When reviewing an image on the camera’s bright rear LCD screen, pressing a button will record up to a 30 second audio note that then becomes part of the image file. If 30 seconds isn’t enough, just press the button a second time and a second note is added. I tested this while holding the camera at waist level while walking in a relatively noisy environment and it worked flawlessly, producing a clear intelligible recording. When reviewing frames on a PC’s screen a small symbol appears next to frames that feature an audio note. Click on the icon and the audio plays.
The software CD provided with the 1D supports both PCs and Macs. The program works as a Plug-in for Photoshop. Converting a RAW 1D 16 bit image and saving it to disk takes 26 seconds on a dual processor 500 MHz Mac G4. Converting a D30 RAW file on the same machine takes 35 seconds. By way of comparison, processing RAW D30 images withBreezeBrowser, my preferred digital image processing software, takes 32 seconds on a 600Mhz Pentium 3 machine. Canon says that RAW processing has been considerably speed up. To quote from their brochure,"…newly-developed driver software typically takes only a few seconds to convert each RAW file." I’m afraid that I didn’t see this.
My first impression of the provided software is that it isn’t as easy to use or as full-featured as some third party offerings. By way of examples, there is no histogram available within the program. Also, it’s only possible to move from one image to another when in thumbnail mode. Looking at the images in a larger size one-at-a-time requires that you go back to thumbnail mode to view the next picture.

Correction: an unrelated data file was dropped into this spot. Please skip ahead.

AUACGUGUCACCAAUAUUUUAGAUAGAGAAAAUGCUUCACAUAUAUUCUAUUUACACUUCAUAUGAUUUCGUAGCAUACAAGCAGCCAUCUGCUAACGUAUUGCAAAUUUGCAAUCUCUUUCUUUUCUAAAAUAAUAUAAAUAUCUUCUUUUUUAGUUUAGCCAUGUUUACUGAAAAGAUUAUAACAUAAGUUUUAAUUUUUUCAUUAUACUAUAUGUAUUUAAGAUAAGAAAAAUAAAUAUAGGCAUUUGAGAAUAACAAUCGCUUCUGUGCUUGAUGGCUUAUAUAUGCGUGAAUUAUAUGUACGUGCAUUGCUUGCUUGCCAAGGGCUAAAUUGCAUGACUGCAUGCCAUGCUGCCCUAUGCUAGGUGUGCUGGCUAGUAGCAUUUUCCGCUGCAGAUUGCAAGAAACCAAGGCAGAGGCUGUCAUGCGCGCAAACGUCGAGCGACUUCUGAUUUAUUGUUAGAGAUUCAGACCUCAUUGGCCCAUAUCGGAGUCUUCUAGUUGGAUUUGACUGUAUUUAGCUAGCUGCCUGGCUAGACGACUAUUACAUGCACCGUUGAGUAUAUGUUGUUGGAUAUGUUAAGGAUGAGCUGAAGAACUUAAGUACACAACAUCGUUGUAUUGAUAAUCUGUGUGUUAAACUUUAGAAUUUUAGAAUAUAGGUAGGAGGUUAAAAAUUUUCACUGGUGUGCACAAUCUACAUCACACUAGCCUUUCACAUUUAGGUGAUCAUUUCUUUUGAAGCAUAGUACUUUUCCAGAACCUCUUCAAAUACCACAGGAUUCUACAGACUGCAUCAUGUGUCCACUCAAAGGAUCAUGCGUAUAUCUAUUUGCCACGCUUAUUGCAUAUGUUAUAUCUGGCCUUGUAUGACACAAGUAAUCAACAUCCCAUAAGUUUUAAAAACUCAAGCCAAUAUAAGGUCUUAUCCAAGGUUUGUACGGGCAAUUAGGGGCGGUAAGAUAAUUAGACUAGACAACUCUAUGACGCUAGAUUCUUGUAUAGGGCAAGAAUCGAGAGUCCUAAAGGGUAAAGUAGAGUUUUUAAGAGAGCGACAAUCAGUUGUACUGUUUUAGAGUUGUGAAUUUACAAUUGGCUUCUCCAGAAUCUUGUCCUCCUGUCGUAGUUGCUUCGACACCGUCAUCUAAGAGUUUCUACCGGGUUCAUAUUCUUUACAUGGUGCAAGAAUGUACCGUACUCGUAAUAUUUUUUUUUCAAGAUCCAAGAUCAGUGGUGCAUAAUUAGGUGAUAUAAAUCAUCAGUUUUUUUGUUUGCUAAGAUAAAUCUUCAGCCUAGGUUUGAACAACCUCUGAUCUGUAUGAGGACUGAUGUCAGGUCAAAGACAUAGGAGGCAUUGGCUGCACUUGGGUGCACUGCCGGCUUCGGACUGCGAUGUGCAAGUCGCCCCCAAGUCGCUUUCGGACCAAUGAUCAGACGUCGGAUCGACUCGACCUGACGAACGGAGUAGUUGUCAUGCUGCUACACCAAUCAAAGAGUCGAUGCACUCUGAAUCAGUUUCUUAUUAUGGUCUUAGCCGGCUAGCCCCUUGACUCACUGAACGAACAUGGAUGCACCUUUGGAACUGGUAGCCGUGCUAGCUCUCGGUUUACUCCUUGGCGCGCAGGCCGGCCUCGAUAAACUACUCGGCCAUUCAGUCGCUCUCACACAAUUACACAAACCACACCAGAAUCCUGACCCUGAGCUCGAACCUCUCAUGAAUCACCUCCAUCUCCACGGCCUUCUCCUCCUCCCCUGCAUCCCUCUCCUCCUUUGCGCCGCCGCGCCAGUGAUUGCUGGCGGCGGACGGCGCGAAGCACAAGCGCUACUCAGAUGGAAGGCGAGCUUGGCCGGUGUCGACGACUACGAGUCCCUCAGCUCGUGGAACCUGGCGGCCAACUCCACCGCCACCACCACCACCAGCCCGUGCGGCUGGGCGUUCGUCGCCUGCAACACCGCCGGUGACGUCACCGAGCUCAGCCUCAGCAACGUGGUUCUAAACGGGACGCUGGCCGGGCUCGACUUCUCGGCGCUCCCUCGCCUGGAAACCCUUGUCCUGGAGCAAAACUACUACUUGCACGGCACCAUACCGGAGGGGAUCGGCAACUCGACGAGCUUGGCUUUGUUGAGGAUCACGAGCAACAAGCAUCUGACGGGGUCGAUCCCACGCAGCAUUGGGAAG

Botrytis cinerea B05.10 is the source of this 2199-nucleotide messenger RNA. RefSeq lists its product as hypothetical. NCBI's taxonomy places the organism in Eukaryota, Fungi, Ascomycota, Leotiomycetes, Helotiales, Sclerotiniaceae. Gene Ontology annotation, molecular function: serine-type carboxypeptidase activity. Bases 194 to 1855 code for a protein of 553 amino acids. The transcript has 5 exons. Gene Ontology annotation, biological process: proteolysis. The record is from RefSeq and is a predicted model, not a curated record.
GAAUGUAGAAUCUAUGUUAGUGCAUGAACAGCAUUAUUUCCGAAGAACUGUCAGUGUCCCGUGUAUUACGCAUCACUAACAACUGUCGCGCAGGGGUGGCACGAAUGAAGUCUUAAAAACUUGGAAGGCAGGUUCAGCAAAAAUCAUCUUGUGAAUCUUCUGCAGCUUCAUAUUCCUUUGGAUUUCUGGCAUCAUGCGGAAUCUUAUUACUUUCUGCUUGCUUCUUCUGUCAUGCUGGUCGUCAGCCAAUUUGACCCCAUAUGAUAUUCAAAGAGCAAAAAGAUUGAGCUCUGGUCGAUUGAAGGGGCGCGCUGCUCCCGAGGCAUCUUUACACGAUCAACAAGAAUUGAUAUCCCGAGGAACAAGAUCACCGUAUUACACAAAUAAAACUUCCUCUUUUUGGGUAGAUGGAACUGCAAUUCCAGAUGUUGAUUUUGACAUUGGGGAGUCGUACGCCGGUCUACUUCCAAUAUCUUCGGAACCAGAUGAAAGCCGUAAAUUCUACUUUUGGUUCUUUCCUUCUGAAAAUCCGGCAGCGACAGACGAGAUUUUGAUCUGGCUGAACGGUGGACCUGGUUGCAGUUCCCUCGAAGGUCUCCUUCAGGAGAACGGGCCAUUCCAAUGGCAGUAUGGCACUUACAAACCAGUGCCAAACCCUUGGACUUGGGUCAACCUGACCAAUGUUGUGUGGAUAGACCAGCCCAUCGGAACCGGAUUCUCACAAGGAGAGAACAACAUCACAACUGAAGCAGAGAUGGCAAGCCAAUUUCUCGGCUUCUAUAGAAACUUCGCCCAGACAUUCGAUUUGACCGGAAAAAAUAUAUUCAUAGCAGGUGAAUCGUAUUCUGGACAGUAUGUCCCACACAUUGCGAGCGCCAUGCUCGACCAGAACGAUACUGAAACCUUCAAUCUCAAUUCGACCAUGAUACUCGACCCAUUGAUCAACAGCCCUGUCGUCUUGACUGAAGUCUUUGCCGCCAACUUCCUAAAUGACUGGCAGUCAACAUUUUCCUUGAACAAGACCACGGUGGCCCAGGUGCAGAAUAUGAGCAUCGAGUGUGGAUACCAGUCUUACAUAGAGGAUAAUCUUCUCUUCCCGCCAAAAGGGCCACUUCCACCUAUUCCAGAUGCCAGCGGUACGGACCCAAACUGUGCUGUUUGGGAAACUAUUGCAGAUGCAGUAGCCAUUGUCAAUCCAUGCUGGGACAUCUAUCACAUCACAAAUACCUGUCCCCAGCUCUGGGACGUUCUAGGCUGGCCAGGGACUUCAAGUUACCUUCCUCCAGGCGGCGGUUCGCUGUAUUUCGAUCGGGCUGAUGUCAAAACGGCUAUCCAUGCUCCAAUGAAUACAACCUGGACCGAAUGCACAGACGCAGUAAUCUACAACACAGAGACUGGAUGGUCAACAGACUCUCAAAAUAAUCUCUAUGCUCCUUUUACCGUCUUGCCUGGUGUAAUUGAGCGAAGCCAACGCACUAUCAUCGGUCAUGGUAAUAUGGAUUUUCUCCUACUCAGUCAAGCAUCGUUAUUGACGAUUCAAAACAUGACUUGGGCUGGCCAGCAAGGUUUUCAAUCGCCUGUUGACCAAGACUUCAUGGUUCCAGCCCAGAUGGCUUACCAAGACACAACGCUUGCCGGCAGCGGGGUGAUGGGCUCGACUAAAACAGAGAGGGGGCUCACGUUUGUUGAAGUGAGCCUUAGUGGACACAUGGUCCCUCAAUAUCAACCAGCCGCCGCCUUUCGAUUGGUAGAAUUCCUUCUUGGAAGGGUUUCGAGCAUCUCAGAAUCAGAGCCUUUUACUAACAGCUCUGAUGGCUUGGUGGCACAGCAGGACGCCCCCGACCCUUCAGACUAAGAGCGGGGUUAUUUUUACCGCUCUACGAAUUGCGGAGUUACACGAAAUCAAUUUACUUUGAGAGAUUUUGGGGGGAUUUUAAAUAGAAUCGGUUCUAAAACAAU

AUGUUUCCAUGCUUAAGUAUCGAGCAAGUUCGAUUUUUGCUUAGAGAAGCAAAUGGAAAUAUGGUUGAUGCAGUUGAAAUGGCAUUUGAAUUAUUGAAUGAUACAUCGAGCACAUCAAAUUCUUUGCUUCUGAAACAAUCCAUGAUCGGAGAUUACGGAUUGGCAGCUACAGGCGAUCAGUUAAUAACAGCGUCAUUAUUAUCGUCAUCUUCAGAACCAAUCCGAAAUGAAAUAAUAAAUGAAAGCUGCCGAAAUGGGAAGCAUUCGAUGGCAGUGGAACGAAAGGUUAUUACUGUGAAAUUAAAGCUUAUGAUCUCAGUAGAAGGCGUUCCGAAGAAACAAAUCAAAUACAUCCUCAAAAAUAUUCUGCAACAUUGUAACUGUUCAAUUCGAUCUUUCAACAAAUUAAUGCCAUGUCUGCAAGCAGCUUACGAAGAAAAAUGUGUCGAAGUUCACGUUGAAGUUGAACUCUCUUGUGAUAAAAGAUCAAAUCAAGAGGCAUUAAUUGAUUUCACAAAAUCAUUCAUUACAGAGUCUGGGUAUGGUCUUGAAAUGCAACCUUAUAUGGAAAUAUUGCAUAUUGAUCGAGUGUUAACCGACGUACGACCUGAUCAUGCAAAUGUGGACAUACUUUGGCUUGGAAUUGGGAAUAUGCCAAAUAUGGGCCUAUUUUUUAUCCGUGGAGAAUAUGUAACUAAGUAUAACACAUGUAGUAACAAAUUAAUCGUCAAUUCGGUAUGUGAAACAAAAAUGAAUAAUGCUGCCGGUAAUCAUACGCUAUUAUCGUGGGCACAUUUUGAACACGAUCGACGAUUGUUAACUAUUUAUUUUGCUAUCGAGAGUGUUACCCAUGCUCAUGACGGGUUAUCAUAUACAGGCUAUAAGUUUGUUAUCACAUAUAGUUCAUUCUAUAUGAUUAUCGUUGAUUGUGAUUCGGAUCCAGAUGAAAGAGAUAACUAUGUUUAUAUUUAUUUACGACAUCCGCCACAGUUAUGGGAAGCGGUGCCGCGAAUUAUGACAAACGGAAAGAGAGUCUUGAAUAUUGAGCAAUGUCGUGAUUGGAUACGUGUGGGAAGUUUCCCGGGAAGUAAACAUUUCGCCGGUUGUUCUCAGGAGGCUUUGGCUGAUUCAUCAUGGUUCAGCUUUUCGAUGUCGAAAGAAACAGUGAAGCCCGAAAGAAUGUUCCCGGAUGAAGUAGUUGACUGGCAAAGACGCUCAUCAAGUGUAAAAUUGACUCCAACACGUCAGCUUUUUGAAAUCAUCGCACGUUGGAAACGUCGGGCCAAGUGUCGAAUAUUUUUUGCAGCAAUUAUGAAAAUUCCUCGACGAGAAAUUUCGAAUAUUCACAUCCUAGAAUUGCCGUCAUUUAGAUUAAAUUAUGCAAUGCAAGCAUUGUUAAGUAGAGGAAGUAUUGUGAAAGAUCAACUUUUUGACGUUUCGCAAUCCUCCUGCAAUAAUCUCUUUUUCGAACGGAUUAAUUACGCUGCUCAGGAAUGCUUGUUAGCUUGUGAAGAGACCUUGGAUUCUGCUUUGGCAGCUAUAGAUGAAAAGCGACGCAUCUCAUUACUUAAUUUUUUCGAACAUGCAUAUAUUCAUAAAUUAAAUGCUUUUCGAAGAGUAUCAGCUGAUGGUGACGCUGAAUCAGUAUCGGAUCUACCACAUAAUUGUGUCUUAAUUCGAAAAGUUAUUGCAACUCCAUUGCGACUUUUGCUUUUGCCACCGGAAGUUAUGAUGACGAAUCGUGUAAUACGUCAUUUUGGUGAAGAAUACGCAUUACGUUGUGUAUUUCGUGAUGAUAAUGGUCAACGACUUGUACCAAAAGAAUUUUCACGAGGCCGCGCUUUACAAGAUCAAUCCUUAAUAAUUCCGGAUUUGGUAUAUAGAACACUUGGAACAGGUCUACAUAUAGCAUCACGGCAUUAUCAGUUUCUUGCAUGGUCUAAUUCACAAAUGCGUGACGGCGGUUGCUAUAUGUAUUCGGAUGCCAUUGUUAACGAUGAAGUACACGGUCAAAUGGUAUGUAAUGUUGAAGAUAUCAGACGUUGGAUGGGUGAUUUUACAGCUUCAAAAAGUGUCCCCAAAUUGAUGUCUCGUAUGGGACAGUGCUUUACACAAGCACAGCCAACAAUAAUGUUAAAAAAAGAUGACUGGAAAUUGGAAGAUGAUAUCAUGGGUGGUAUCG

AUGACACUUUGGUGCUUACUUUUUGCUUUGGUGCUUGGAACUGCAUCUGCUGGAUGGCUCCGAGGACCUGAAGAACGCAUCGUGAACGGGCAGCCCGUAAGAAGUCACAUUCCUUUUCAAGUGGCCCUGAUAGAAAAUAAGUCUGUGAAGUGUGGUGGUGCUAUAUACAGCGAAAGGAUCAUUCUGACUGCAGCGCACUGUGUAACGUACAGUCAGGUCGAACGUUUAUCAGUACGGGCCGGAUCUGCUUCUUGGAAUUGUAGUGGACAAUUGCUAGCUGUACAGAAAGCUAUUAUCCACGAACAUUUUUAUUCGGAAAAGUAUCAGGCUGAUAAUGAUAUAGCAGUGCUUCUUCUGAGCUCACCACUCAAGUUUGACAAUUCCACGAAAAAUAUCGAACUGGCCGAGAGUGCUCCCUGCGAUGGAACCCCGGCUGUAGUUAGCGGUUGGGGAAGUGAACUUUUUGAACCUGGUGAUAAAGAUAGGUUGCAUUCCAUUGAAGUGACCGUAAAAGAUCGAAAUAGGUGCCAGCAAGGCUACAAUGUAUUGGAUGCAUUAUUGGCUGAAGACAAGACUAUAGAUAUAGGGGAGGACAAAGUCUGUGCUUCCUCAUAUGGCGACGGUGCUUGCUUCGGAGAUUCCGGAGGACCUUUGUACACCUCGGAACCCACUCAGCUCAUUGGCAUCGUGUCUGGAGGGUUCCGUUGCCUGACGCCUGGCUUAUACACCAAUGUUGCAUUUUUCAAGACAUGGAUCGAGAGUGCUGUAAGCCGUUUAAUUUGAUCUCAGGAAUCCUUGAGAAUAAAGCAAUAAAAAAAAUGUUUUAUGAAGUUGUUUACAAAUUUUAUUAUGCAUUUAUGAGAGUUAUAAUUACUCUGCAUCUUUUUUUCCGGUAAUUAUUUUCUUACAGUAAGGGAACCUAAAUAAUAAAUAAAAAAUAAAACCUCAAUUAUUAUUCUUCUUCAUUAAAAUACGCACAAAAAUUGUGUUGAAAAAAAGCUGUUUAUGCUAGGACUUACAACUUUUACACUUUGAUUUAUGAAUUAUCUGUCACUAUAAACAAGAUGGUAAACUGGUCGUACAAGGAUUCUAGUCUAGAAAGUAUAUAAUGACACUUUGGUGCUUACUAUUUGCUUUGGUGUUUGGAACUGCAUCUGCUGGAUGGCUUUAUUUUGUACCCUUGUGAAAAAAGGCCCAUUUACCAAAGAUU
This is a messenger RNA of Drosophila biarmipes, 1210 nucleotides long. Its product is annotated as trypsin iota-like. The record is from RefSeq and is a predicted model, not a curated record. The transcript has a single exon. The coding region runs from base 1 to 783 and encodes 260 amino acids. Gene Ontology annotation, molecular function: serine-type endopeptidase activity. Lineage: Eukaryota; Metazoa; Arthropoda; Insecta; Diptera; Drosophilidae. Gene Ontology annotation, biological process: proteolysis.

Furthermore, if you "Transfer" a file to Photoshop you have to exit the software to be able to work on the image, and then have to wait a long time to reload all the thumbnails when you want to return to look at additional thumbnails. This can be a very lengthy process if you’re working with a large directory of files. The program should be able to start displaying thumbnails immediately while it’s processing the remainder of the directory, rather than making the user wait for the whole conversion to take place. Having a stand-alone version of the software would allow for a much-enhanced workflow.
Price is naturally an issue when considering a new camera. While many photographers with large investments on Canon lenses have remained loyal while waiting for a pro-level Canon SLR, how does the 1D’s street price of $5,500 fit with most photographers?
One can look at it several ways. This is nearly twice the price of an EOS D30 and almost 3 times the price of an EOS 1V. On the other hand it’s only a quarter of what photographers were paying a couple of years ago for the previous generation Kodak/Canon digital SLRs. The real equation though needs to take into account film and processing costs. A photographer shooting just 1,500 frames a month can recoup the cost of the 1D body in just one year. For most sports shooters and photojournalists the payback will be much quicker as 1,500 framesa weekare not uncommon for many.